We had decided prior to our trip to head back towards Portland a day earlier, so that we wouldn’t have to make the entire trip from Vancouver to our 4PM flight at Portland International in a single day. Wanting to get through Seattle before settling down for the evening, we chose Tacoma for our stopping point. This time it took quite a bit longer to get through the border check, but once we explained that a “trivet” was a hot plate, all was fine.
Peace Arch border monument at Blaine, WA
Waking up on our last day in the NW, we thought it would be fun to drive towards Mount Rainier. It was just under an hour to get to the park entrance, but since we didn’t have a whole lot of time to spend, we decided instead to continue back and towards Hwy 5. It was at this time that we stopped at a small open meadow that afforded us a beautiful vista of the peak.
the southwest face of Mount Rainier
Not too much farther along, we braked quickly for a “Mount St. Helens viewpoint” sign, and after driving a mile off the highway we found ourselves staring over a rise at the lava dome and the open section of the mountain’s crater, only 24 miles away in the light haze.
north face of Mount St. Helens
We both agreed that the relaxing drive winding between the mountains was a highpoint of the trip, after spending the last few days among crowds of people. And our Dodge Caliber rental car performed nicely and got economical gas mileage. After returning to Hwy 5, we made our way into Portland in fine time to grab a bite, turn in the car, and get to our flight home.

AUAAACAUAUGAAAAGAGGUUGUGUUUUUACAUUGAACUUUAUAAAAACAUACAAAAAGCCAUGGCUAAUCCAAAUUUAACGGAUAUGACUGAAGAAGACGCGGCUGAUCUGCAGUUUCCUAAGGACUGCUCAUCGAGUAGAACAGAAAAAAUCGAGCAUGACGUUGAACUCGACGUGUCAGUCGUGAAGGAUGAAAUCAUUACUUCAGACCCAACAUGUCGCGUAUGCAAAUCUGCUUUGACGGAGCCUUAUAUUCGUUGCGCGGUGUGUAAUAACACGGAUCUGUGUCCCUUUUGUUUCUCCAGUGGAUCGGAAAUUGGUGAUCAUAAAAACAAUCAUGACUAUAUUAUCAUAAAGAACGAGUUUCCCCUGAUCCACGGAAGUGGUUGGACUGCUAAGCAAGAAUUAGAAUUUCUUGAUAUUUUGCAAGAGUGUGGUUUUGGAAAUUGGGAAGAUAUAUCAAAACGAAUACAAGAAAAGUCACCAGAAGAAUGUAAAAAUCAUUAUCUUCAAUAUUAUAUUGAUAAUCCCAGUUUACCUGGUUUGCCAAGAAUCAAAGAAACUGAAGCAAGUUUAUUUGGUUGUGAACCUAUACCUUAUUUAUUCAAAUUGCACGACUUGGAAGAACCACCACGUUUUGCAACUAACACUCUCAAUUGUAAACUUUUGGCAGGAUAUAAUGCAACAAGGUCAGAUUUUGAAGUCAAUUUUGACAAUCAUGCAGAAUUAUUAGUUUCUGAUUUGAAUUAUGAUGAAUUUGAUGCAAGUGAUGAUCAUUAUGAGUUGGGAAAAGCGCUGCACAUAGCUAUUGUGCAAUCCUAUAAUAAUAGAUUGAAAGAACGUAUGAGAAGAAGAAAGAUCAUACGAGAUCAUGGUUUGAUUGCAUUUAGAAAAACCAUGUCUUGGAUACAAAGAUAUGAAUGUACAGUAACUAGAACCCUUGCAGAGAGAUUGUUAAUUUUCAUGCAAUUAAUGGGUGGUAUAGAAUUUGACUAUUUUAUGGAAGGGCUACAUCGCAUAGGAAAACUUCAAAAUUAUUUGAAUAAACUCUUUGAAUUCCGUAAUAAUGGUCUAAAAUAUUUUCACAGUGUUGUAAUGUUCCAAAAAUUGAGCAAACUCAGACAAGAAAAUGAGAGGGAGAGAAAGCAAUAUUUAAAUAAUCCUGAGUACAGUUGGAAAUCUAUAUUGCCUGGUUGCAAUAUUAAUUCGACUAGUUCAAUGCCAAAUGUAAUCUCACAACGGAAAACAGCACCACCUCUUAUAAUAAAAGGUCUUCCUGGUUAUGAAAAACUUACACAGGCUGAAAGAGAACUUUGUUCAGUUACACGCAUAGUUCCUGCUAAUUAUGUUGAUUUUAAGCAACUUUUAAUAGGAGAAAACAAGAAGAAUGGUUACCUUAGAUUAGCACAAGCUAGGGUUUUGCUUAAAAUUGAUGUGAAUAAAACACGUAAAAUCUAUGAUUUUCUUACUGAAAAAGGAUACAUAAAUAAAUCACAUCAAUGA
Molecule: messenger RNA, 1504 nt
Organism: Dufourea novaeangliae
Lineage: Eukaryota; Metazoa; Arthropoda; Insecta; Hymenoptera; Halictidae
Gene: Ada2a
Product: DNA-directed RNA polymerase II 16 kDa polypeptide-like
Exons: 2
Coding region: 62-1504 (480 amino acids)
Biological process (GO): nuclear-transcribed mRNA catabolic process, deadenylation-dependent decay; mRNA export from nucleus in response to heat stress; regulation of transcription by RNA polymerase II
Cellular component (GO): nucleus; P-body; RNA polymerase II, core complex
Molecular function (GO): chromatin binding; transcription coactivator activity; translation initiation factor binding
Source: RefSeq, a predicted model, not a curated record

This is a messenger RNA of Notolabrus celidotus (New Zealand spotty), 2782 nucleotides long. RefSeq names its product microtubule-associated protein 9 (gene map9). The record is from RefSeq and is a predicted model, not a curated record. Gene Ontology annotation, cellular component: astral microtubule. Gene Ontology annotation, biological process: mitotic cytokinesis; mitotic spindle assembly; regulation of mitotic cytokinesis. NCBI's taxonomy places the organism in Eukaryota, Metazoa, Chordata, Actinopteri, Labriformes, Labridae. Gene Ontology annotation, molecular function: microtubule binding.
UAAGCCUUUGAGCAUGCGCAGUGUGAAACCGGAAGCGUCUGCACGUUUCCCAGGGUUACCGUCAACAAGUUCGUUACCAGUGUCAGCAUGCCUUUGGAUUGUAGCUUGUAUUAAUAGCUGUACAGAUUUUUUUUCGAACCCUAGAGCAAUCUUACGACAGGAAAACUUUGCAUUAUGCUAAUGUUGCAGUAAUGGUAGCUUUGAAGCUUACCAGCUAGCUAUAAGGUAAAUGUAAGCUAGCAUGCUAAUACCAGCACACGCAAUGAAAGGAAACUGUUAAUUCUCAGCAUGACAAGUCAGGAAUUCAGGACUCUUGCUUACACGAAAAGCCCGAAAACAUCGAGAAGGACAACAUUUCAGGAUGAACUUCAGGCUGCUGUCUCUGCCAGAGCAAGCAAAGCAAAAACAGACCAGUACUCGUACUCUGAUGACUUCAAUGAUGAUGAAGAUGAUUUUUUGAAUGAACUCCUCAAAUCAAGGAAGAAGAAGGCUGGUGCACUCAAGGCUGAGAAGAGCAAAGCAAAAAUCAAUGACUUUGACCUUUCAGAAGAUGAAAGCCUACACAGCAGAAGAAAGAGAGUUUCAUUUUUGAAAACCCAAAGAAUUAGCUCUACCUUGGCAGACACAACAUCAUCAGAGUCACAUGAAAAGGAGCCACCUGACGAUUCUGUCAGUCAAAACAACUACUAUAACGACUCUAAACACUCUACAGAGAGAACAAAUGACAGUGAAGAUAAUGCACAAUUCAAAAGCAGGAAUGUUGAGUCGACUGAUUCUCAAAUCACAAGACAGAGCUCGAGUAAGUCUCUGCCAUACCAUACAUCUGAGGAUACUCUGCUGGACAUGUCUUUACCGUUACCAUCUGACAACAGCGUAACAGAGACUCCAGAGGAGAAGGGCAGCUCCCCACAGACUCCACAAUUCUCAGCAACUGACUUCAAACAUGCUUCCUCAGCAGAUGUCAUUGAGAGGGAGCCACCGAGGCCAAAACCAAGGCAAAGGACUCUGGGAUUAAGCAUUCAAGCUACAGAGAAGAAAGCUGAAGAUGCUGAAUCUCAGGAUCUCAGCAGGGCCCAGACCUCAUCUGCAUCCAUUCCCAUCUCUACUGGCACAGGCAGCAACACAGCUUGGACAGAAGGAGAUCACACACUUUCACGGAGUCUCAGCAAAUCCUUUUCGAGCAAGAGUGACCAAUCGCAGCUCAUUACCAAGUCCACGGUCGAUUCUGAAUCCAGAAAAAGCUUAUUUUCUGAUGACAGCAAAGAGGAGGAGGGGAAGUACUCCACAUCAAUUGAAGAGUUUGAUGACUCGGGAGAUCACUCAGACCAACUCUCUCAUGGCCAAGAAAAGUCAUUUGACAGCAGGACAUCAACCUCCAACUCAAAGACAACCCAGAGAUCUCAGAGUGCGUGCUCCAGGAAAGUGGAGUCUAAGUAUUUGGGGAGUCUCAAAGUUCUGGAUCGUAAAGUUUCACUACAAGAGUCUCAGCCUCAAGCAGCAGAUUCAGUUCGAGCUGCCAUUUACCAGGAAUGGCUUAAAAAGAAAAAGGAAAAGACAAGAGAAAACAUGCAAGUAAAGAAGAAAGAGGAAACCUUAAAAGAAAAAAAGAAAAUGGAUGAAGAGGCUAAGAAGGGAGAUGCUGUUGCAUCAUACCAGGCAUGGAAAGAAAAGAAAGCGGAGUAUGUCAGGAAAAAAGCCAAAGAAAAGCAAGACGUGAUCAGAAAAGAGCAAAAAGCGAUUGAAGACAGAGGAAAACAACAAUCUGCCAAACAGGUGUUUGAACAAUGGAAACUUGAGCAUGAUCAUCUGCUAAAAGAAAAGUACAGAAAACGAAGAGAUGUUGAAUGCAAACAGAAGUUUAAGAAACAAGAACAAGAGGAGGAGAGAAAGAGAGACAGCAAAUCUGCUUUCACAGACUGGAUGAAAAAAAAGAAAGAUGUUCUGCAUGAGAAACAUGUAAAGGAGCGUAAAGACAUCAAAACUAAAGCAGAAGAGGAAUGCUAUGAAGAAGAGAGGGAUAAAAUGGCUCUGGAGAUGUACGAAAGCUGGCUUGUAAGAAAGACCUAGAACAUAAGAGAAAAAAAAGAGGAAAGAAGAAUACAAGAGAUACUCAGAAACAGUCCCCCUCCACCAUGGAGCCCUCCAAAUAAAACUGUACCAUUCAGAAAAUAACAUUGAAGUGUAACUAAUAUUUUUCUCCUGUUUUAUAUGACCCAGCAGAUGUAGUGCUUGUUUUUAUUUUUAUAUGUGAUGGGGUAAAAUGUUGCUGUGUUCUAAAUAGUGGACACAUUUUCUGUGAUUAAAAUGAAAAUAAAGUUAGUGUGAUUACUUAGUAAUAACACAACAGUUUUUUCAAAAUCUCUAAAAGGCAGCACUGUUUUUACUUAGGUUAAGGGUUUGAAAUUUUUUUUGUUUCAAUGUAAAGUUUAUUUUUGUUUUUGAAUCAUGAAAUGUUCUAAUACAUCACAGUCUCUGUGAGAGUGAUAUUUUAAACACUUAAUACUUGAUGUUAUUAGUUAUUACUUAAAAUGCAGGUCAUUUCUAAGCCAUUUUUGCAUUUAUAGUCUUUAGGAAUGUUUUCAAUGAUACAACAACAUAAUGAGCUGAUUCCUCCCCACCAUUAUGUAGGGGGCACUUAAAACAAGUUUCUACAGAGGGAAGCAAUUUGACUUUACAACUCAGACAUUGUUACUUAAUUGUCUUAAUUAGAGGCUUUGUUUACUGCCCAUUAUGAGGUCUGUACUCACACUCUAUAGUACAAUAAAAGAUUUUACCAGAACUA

The strangest part of our entire trip occurred on our way home. After our Southwest flight was completely boarded, a mid-20ish man got up and hustled back out onto the ramp entry. After a short confrontation, we heard a flight attendant saying, “No, don’t go there!” and saw a blue flash go by our 2nd row window. The man had squeezed between the aircraft and accordioning canopy of the jetway entrance, and leaped down to the ground, where he ran around the engine and under the wing out onto the tarmac. After he was rounded up, and his bag(s) was fished out from underneath, we were on our way (finally), but even later than we would have been without the hubbub. One of the flight attendants suggested they thought our jumper may have been suffering from bipolar disorder.
At least six of us on board had only a 25 minute turnaround scheduled for our connection in Denver, but we were assured they could make up some time and possibly hold the connection, so don’t give up hope yet. Well, it turned out that our connecting aircraft was much later than we were, and we ended up waiting over an hour, followed by more delays while we waited for a replacement flight crew. Our heads finally hit the pillows (in our own bed!) at two in the morning.